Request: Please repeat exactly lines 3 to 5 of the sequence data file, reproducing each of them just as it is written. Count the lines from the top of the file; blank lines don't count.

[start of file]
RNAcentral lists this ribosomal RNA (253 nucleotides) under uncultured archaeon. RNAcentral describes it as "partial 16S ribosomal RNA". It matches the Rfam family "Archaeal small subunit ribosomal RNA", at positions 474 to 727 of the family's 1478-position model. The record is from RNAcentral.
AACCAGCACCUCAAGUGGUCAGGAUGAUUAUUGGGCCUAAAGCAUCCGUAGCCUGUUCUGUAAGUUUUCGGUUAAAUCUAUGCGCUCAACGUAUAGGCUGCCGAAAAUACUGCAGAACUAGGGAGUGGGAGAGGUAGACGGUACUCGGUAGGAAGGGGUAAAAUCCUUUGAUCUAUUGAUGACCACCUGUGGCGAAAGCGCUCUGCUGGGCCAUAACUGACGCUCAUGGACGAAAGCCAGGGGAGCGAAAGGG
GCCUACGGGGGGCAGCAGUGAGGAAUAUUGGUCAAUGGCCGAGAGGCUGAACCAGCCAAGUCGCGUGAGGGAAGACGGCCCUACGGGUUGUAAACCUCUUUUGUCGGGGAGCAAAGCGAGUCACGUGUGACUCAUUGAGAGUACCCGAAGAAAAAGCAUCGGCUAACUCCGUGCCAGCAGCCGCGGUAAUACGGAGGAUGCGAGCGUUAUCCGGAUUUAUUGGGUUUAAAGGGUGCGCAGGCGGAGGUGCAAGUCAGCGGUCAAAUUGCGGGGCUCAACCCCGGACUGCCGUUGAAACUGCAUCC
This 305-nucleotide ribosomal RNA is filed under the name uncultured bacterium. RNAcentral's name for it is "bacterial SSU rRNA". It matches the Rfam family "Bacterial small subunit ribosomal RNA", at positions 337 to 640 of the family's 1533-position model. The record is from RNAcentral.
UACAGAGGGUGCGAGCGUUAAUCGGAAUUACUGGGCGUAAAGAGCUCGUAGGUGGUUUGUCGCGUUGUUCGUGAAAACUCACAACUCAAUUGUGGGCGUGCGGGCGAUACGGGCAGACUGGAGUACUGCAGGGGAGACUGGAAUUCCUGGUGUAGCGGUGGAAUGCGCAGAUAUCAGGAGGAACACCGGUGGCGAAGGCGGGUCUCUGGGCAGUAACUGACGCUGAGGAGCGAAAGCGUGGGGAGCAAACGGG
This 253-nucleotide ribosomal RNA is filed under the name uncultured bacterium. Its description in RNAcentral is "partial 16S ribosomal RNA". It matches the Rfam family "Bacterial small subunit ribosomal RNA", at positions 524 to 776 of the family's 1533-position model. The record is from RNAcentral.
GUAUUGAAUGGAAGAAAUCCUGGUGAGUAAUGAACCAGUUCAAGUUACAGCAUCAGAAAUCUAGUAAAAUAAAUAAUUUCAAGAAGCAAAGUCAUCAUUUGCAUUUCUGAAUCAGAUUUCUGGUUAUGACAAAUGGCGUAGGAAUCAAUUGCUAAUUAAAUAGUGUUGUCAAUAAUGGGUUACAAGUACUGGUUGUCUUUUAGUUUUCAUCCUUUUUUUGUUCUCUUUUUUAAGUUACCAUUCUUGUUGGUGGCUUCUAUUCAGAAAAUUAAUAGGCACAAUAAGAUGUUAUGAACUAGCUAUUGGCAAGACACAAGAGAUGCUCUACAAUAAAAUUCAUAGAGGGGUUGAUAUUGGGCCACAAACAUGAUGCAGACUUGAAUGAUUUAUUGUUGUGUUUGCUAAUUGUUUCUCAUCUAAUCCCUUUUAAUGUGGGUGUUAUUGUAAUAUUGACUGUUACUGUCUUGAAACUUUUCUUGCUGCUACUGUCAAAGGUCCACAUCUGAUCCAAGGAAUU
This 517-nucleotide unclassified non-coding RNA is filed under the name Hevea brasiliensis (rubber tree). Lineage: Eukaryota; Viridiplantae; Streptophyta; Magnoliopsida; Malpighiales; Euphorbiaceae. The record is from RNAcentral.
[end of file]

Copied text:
GCCUACGGGGGGCAGCAGUGAGGAAUAUUGGUCAAUGGCCGAGAGGCUGAACCAGCCAAGUCGCGUGAGGGAAGACGGCCCUACGGGUUGUAAACCUCUUUUGUCGGGGAGCAAAGCGAGUCACGUGUGACUCAUUGAGAGUACCCGAAGAAAAAGCAUCGGCUAACUCCGUGCCAGCAGCCGCGGUAAUACGGAGGAUGCGAGCGUUAUCCGGAUUUAUUGGGUUUAAAGGGUGCGCAGGCGGAGGUGCAAGUCAGCGGUCAAAUUGCGGGGCUCAACCCCGGACUGCCGUUGAAACUGCAUCC
This 305-nucleotide ribosomal RNA is filed under the name uncultured bacterium. RNAcentral's name for it is "bacterial SSU rRNA". It matches the Rfam family "Bacterial small subunit ribosomal RNA", at positions 337 to 640 of the family's 1533-position model. The record is from RNAcentral.
UACAGAGGGUGCGAGCGUUAAUCGGAAUUACUGGGCGUAAAGAGCUCGUAGGUGGUUUGUCGCGUUGUUCGUGAAAACUCACAACUCAAUUGUGGGCGUGCGGGCGAUACGGGCAGACUGGAGUACUGCAGGGGAGACUGGAAUUCCUGGUGUAGCGGUGGAAUGCGCAGAUAUCAGGAGGAACACCGGUGGCGAAGGCGGGUCUCUGGGCAGUAACUGACGCUGAGGAGCGAAAGCGUGGGGAGCAAACGGG